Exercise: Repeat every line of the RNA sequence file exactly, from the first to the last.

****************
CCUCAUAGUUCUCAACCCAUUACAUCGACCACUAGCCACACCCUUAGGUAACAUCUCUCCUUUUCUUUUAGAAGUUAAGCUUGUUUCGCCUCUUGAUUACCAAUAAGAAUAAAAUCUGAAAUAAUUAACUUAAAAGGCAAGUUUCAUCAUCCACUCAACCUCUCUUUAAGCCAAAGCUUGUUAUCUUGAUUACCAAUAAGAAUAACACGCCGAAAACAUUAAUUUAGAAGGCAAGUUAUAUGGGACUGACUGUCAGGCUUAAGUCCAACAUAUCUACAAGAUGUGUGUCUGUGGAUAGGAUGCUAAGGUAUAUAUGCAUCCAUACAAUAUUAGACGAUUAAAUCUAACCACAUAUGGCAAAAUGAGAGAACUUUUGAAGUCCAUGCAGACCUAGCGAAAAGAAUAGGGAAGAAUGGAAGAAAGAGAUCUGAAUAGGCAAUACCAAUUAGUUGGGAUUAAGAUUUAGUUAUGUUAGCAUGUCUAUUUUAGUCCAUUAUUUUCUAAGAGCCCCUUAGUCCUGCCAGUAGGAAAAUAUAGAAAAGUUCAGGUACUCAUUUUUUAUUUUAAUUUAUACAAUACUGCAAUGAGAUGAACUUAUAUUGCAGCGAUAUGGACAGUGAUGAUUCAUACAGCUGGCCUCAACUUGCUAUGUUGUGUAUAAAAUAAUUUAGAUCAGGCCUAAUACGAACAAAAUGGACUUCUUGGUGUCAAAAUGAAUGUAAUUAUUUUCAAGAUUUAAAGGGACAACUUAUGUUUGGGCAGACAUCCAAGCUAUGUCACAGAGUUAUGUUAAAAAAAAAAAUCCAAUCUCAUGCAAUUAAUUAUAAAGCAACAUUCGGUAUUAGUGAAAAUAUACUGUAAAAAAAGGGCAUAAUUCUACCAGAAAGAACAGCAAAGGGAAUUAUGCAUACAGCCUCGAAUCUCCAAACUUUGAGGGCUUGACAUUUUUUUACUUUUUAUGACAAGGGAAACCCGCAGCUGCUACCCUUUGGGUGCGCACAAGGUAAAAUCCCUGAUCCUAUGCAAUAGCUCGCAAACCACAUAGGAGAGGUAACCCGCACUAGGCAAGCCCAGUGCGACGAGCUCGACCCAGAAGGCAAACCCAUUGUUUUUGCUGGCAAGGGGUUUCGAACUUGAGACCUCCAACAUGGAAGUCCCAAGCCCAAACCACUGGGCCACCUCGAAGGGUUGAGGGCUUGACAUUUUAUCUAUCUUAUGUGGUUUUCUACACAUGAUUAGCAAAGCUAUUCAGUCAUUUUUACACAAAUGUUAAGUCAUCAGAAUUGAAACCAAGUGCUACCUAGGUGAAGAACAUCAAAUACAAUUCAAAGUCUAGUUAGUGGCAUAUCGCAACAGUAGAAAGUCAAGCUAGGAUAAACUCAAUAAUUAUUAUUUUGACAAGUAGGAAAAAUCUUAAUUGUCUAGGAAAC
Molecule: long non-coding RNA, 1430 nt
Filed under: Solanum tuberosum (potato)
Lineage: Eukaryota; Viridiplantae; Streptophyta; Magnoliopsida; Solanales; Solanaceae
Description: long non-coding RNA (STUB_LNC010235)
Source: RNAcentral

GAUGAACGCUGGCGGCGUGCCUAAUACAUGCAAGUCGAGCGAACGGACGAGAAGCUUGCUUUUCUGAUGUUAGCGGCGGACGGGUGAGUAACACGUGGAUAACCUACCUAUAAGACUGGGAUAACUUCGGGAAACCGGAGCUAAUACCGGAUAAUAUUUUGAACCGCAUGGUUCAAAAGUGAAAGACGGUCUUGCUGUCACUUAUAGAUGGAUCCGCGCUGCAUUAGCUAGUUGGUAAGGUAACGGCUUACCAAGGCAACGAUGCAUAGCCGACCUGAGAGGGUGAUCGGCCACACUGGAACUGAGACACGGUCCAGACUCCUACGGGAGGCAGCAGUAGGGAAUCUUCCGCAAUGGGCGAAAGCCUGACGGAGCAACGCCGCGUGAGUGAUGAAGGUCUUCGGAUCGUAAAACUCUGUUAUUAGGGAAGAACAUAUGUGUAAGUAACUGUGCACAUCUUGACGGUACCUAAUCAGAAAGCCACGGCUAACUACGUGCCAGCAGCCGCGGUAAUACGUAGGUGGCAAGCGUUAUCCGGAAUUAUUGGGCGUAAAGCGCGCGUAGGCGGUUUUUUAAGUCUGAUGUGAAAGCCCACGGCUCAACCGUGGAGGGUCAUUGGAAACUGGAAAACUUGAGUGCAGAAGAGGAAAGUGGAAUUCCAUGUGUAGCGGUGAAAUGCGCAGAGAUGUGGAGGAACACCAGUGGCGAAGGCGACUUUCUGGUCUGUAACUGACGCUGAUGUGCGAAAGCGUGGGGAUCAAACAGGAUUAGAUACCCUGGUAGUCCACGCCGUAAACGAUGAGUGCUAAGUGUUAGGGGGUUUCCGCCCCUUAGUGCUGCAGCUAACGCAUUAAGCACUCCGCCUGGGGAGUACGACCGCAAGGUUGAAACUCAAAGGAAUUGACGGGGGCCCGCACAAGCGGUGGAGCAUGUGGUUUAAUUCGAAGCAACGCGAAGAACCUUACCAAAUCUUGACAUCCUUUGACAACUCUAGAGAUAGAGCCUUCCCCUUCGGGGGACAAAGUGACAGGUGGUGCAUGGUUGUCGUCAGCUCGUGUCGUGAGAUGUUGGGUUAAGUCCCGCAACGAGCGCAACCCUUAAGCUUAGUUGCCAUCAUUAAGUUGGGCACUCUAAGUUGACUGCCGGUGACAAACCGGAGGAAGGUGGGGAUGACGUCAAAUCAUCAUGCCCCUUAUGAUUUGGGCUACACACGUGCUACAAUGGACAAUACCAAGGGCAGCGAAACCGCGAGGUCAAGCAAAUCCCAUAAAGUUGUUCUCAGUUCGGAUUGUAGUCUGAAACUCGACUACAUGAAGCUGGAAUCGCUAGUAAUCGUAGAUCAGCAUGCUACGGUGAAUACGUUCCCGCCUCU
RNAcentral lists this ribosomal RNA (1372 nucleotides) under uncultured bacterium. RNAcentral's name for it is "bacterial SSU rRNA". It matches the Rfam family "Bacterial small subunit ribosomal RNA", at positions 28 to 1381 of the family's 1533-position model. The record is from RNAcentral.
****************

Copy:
CCUCAUAGUUCUCAACCCAUUACAUCGACCACUAGCCACACCCUUAGGUAACAUCUCUCCUUUUCUUUUAGAAGUUAAGCUUGUUUCGCCUCUUGAUUACCAAUAAGAAUAAAAUCUGAAAUAAUUAACUUAAAAGGCAAGUUUCAUCAUCCACUCAACCUCUCUUUAAGCCAAAGCUUGUUAUCUUGAUUACCAAUAAGAAUAACACGCCGAAAACAUUAAUUUAGAAGGCAAGUUAUAUGGGACUGACUGUCAGGCUUAAGUCCAACAUAUCUACAAGAUGUGUGUCUGUGGAUAGGAUGCUAAGGUAUAUAUGCAUCCAUACAAUAUUAGACGAUUAAAUCUAACCACAUAUGGCAAAAUGAGAGAACUUUUGAAGUCCAUGCAGACCUAGCGAAAAGAAUAGGGAAGAAUGGAAGAAAGAGAUCUGAAUAGGCAAUACCAAUUAGUUGGGAUUAAGAUUUAGUUAUGUUAGCAUGUCUAUUUUAGUCCAUUAUUUUCUAAGAGCCCCUUAGUCCUGCCAGUAGGAAAAUAUAGAAAAGUUCAGGUACUCAUUUUUUAUUUUAAUUUAUACAAUACUGCAAUGAGAUGAACUUAUAUUGCAGCGAUAUGGACAGUGAUGAUUCAUACAGCUGGCCUCAACUUGCUAUGUUGUGUAUAAAAUAAUUUAGAUCAGGCCUAAUACGAACAAAAUGGACUUCUUGGUGUCAAAAUGAAUGUAAUUAUUUUCAAGAUUUAAAGGGACAACUUAUGUUUGGGCAGACAUCCAAGCUAUGUCACAGAGUUAUGUUAAAAAAAAAAAUCCAAUCUCAUGCAAUUAAUUAUAAAGCAACAUUCGGUAUUAGUGAAAAUAUACUGUAAAAAAAGGGCAUAAUUCUACCAGAAAGAACAGCAAAGGGAAUUAUGCAUACAGCCUCGAAUCUCCAAACUUUGAGGGCUUGACAUUUUUUUACUUUUUAUGACAAGGGAAACCCGCAGCUGCUACCCUUUGGGUGCGCACAAGGUAAAAUCCCUGAUCCUAUGCAAUAGCUCGCAAACCACAUAGGAGAGGUAACCCGCACUAGGCAAGCCCAGUGCGACGAGCUCGACCCAGAAGGCAAACCCAUUGUUUUUGCUGGCAAGGGGUUUCGAACUUGAGACCUCCAACAUGGAAGUCCCAAGCCCAAACCACUGGGCCACCUCGAAGGGUUGAGGGCUUGACAUUUUAUCUAUCUUAUGUGGUUUUCUACACAUGAUUAGCAAAGCUAUUCAGUCAUUUUUACACAAAUGUUAAGUCAUCAGAAUUGAAACCAAGUGCUACCUAGGUGAAGAACAUCAAAUACAAUUCAAAGUCUAGUUAGUGGCAUAUCGCAACAGUAGAAAGUCAAGCUAGGAUAAACUCAAUAAUUAUUAUUUUGACAAGUAGGAAAAAUCUUAAUUGUCUAGGAAAC
Molecule: long non-coding RNA, 1430 nt
Filed under: Solanum tuberosum (potato)
Lineage: Eukaryota; Viridiplantae; Streptophyta; Magnoliopsida; Solanales; Solanaceae
Description: long non-coding RNA (STUB_LNC010235)
Source: RNAcentral

GAUGAACGCUGGCGGCGUGCCUAAUACAUGCAAGUCGAGCGAACGGACGAGAAGCUUGCUUUUCUGAUGUUAGCGGCGGACGGGUGAGUAACACGUGGAUAACCUACCUAUAAGACUGGGAUAACUUCGGGAAACCGGAGCUAAUACCGGAUAAUAUUUUGAACCGCAUGGUUCAAAAGUGAAAGACGGUCUUGCUGUCACUUAUAGAUGGAUCCGCGCUGCAUUAGCUAGUUGGUAAGGUAACGGCUUACCAAGGCAACGAUGCAUAGCCGACCUGAGAGGGUGAUCGGCCACACUGGAACUGAGACACGGUCCAGACUCCUACGGGAGGCAGCAGUAGGGAAUCUUCCGCAAUGGGCGAAAGCCUGACGGAGCAACGCCGCGUGAGUGAUGAAGGUCUUCGGAUCGUAAAACUCUGUUAUUAGGGAAGAACAUAUGUGUAAGUAACUGUGCACAUCUUGACGGUACCUAAUCAGAAAGCCACGGCUAACUACGUGCCAGCAGCCGCGGUAAUACGUAGGUGGCAAGCGUUAUCCGGAAUUAUUGGGCGUAAAGCGCGCGUAGGCGGUUUUUUAAGUCUGAUGUGAAAGCCCACGGCUCAACCGUGGAGGGUCAUUGGAAACUGGAAAACUUGAGUGCAGAAGAGGAAAGUGGAAUUCCAUGUGUAGCGGUGAAAUGCGCAGAGAUGUGGAGGAACACCAGUGGCGAAGGCGACUUUCUGGUCUGUAACUGACGCUGAUGUGCGAAAGCGUGGGGAUCAAACAGGAUUAGAUACCCUGGUAGUCCACGCCGUAAACGAUGAGUGCUAAGUGUUAGGGGGUUUCCGCCCCUUAGUGCUGCAGCUAACGCAUUAAGCACUCCGCCUGGGGAGUACGACCGCAAGGUUGAAACUCAAAGGAAUUGACGGGGGCCCGCACAAGCGGUGGAGCAUGUGGUUUAAUUCGAAGCAACGCGAAGAACCUUACCAAAUCUUGACAUCCUUUGACAACUCUAGAGAUAGAGCCUUCCCCUUCGGGGGACAAAGUGACAGGUGGUGCAUGGUUGUCGUCAGCUCGUGUCGUGAGAUGUUGGGUUAAGUCCCGCAACGAGCGCAACCCUUAAGCUUAGUUGCCAUCAUUAAGUUGGGCACUCUAAGUUGACUGCCGGUGACAAACCGGAGGAAGGUGGGGAUGACGUCAAAUCAUCAUGCCCCUUAUGAUUUGGGCUACACACGUGCUACAAUGGACAAUACCAAGGGCAGCGAAACCGCGAGGUCAAGCAAAUCCCAUAAAGUUGUUCUCAGUUCGGAUUGUAGUCUGAAACUCGACUACAUGAAGCUGGAAUCGCUAGUAAUCGUAGAUCAGCAUGCUACGGUGAAUACGUUCCCGCCUCU
RNAcentral lists this ribosomal RNA (1372 nucleotides) under uncultured bacterium. RNAcentral's name for it is "bacterial SSU rRNA". It matches the Rfam family "Bacterial small subunit ribosomal RNA", at positions 28 to 1381 of the family's 1533-position model. The record is from RNAcentral.